The app that wanted to destroy Apple Pay is effectively dead, and it was doomed from the beginning

Mcx currentc payments appMCXA promotional image for the CurrentC app.

CurrentC, the mobile payments that wanted to take on Apple Pay, is officially toast.

The company announced this week that it will shut down the beta version of its app that was being tested in Columbus, Ohio on June 28.

There are no signs that CurrentC will come back.

A spokesperson told Tech Insider that CurrentC has been removed from all app stores, but would not say whether or not it would come back. For now, the official line is that CurrentC has been “postponed.”

A little history: Shortly after Apple Pay launched in the fall of 2014, a few users noticed retailers like CVS were blocking the service from working with little explanation as to why.

It turns out, CVS and several other major retailers are part of a trade group called Merchant Customer Exchange (MCX) that was working on CurrentC. MCX retailers were not allowed to accept payments from alternative payment services like Apple Pay, even though CurrentC wasn’t even close to ready to launch.

Fast forward several months, and CurrentC failed to launch past the beta in Columbus. Recently, CurrentC fired a lot of its staff and decided to focus on working with other financial service companies to help them with mobile payments. It said at the time its consumer-facing payments app was delayed. Meanwhile, other retailers like Best Buy caved and started accepting Apple Pay.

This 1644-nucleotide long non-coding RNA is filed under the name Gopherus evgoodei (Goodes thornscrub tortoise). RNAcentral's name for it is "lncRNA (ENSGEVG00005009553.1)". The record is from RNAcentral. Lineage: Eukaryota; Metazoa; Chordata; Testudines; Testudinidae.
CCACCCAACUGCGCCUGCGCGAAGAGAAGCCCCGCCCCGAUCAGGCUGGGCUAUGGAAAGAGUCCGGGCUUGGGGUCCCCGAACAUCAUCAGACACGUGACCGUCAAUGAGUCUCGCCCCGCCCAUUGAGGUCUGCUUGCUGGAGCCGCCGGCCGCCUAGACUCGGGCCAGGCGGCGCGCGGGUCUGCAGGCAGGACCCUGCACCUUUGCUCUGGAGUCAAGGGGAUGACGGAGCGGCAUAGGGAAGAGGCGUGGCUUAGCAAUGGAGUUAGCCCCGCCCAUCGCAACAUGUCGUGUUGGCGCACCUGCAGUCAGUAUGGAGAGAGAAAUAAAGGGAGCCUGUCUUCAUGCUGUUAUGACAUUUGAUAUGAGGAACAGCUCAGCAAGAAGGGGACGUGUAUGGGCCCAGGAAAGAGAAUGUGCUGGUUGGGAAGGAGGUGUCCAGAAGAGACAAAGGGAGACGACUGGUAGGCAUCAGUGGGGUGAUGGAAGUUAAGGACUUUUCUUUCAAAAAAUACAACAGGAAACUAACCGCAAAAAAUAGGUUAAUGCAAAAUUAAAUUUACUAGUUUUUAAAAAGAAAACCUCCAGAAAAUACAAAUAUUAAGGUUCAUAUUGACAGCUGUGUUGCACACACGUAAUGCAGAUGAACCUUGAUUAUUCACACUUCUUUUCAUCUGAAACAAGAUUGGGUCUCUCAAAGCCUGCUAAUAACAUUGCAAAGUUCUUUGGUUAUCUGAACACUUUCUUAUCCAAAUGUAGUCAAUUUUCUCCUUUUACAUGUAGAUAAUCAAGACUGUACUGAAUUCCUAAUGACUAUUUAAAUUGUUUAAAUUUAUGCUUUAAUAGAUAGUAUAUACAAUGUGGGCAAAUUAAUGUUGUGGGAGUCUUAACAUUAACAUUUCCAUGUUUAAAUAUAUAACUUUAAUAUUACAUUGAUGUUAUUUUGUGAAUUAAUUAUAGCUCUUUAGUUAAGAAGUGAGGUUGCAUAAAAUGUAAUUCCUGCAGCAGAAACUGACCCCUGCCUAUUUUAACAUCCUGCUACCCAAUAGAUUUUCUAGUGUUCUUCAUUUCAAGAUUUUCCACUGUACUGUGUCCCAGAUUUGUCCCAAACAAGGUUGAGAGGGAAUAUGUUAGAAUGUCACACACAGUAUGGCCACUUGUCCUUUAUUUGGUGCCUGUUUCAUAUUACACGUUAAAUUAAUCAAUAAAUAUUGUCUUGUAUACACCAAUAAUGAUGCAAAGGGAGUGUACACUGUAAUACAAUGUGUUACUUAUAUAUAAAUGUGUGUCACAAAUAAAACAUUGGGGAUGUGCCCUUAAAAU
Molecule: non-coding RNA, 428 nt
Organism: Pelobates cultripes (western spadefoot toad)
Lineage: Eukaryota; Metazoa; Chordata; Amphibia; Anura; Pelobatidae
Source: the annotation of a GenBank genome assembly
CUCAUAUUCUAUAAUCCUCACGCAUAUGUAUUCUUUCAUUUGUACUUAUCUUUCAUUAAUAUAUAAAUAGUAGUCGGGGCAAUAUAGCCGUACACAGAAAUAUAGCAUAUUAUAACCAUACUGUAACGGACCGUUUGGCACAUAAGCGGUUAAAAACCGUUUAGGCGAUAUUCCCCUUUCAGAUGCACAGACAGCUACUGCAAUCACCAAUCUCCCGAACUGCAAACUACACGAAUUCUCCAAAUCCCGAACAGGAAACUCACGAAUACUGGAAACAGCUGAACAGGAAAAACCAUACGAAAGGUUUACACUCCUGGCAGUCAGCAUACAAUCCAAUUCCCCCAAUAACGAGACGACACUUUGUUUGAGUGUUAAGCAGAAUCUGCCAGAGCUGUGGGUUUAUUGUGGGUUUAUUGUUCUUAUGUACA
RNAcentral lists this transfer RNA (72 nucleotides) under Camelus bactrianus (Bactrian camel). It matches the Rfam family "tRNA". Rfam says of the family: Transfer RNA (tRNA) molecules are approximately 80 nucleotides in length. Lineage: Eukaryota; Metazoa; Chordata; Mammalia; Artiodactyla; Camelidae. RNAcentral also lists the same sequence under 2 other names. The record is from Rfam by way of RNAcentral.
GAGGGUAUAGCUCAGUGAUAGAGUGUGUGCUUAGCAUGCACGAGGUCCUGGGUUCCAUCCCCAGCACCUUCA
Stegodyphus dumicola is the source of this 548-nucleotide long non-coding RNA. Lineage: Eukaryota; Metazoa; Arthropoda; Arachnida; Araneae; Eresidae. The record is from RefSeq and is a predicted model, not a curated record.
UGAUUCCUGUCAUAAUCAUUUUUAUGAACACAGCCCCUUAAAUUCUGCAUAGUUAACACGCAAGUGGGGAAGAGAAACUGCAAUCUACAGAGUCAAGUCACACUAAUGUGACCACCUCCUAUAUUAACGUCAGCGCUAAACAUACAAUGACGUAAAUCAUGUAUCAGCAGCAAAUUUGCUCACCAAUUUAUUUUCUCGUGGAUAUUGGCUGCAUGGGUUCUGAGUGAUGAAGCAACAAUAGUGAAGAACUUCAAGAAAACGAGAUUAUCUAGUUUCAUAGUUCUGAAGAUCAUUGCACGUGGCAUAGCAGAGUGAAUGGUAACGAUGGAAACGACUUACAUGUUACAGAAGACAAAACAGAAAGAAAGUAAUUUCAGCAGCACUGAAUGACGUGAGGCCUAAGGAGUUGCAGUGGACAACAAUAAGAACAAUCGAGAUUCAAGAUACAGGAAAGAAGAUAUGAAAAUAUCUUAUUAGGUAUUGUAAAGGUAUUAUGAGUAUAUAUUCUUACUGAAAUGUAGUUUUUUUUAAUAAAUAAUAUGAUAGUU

Now CurrentC is all but dead. (There’s always a chance MCX could bring it back, but based on all the missteps over the years, I wouldn’t hold your breath.)

It shouldn’t be a surprise that CurrentC stumbled and ultimately failed. It was doomed from the beginning.

Mobile payments services like Apple Pay, Android Pay, and Samsung Pay are all designed to work at any retailer that has the special NFC pad, not a limited number of retailers tied to the interests of a trade group — and definitely not something that uses a wonky solution like a QR code for transactions. It’s like telling Target shoppers they’re only allowed to pay with a Target credit card without giving them the option to pay with American Express, Visa, MasterCard, or whatever else. Good luck getting anyone into your store with that attitude.


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